Markets jump, Lipton points out. An entire body of quant research exists to model this phenomenon. Terra essentially ignored it.
If something is impossible in the real world, it will be impossible in the blockchain worldAlexander Lipton, Abu Dhabi Investment Authority
Most crypto protocols have inbuilt token issuance mechanisms that result in a certain rate of inflation. This incentivises miners to validate blocks on the chain, Crachilov says. Bitcoin’s annual inflation rate is roughly 1.8%; ethereum’s is about 4.5%.
Broadly, for actively growing crypto assets, investors are willing to accept an annual inflation rate of up to 5%, he says. “If luna’s inflation had been around that number the market would have shown greater resilience. Beyond that point, the market is naturally concerned with the dilutive effect of new coin issuance.”
Luo says terra was proposing to achieve a known impossibility. “It tried to maintain free capital flows, a fixed exchange rate with the dollar and automated printing and burning of cryptocurrency to prevent exchange rate fluctuations, which could be equated to sovereign monetary policy,” he says.
In economics this is known as the “impossible trinity”. Established theory says the three cannot occur together. If a currency floats freely without capital controls, any peg must rely on monetary policy. In terra’s case, the system should have been burning luna at the point when its flawed design required the opposite.
George Soros proved this point when he forced the pound out of the European Exchange Rate Mechanism in 1992 after the Bank of England failed to maintain its peg to European currencies. The bank had tried hiking interest rates from 10% to 15% in a single day.
Terra’s developers could have built better defences, says Campbell Harvey, professor of finance at the Fuqua School of Business at Duke University, where he teaches a course on cryptoventures, and author of DeFi and the Future of Finance. An obvious improvement would have been to hold a bigger pool of more diversified collateral. This was “no black swan” event, he says.
Not dead yet
Where does this leave stablecoins and cryptocurrencies more broadly?
For a while, the industry will be smarting. “When you have a case where something has gone from being worth $40 billion to zero within a month, obviously it scares people,” says Fadeev.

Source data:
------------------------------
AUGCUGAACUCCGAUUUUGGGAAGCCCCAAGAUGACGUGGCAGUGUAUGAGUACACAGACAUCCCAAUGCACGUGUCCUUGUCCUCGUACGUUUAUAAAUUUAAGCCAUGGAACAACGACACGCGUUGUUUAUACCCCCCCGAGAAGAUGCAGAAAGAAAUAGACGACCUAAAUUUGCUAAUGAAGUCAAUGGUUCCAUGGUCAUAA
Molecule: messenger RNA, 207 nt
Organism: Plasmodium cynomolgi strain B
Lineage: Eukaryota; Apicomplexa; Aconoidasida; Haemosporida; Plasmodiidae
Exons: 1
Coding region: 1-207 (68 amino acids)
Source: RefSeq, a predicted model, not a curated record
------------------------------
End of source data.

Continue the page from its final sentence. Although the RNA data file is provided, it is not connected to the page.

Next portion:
On May 12, the collateralised stablecoin tether — a core transaction currency in crypto markets with a market capitalisation of over $70 billion — also broke its peg and briefly traded as low as 98 cents. Tether has been widely criticised for failing to disclose details of its reserves.
Tether recovered, but opinion is split on whether the episode constitutes a test that the wider cryptocurrency market has passed, or a blow that might leave lasting damage.
Even the staunchest critics of terra’s project are loathe to write off algorithmic stablecoins entirely.
Am I going to write off stablecoins that are algorithmic or uncollateralised? NoCampbell Harvey, Fuqua School of Business
Crypto stablecoins are a “great innovation”, Harvey says. They meet a need in the banking system to cheaply and quickly transfer money globally and follow in a long tradition of mechanisms in the same vein. In the 1850s banks routinely issued US dollar notes, he points out, which is why banknotes are called banknotes.
“Stablecoins address a problem in our financial system and hold great promise. They’re not all the same. Am I going to write off stablecoins that are algorithmic or uncollateralised? No.”
To work, though, such coins will require insurance features to mitigate the risk of a terra-style death spiral, Harvey says. “When you’re partially collateralised there is a risk that you’re not going to be made whole for the dollar. It comes down to the other mechanisms within the actual protocol and whether there’s enough risk management. Then people potentially would be OK with a partially collateralised stablecoin. Never say never.”
Notably, during the recent turmoil, fully collateralised stablecoins such as USDC, DAI and BinanceUSD rose in price as buyers swapped into those coins.
Caution will be the watchword, though. “If you want to invest in a crypto project you need to dig down, read the white papers, understand the mechanism behind it, listen to the critics,” says Barbon.
When Lipton was responsible for approving the design of new financial products as the co-head of the global quantitative group at Bank of America Merrill Lynch a decade ago, he would ask for proposals in a half-page memo. “If they could not explain the idea in half a page, I’d kill it,” he says. “And when I received the half-pager, it would be clear in many cases that the idea should be killed even faster.”
The same rigour is needed now in crypto, he says. “Finance in a blockchain world works on the same principles as finance in the real world. If something is impossible in the real world, it will be impossible in the blockchain world. People need to switch off this suspension of disbelief.”
“I hope that going forward they will try to do a little more reading and thinking before jumping in.”
Additional reporting by Faye Kilburn and Mauro Cesa.
Stanford graduate Do Kwon and his associates formed Terraform Labs in 2018 to create a family of stablecoins pegged against different national currencies.
Their idea was to build a system that would rely on an algorithm for its stability rather than holding reserves as fiat currencies and other collateralised stablecoins do. The libertarian aim was that no central authority – such a central bank to deploy reserves – would be needed. Control over the currency would be truly decentralised. The group launched UST in September 2020.
Terraform Labs did not respond to a request for comment for this article.
As flawed as the terra project might look in hindsight, big investors were backing it. Venture capital firms in a 2021 funding round staked the company $150 million. The Luna Foundation Guard included on its governing council Kanav Kariya, president of Jump Trading’s crypto arm.
Mike Novogratz, the boss of $2.5 billion investment firm Galaxy Digital, which touts itself as the “bridge between the institutional and crypto worlds”, was a backer of Terraform and even had “luna” tattooed on his arm.
At its peak, UST’s market capitalisation reached $18 billion. Luna’s in early April was more than $40 billion.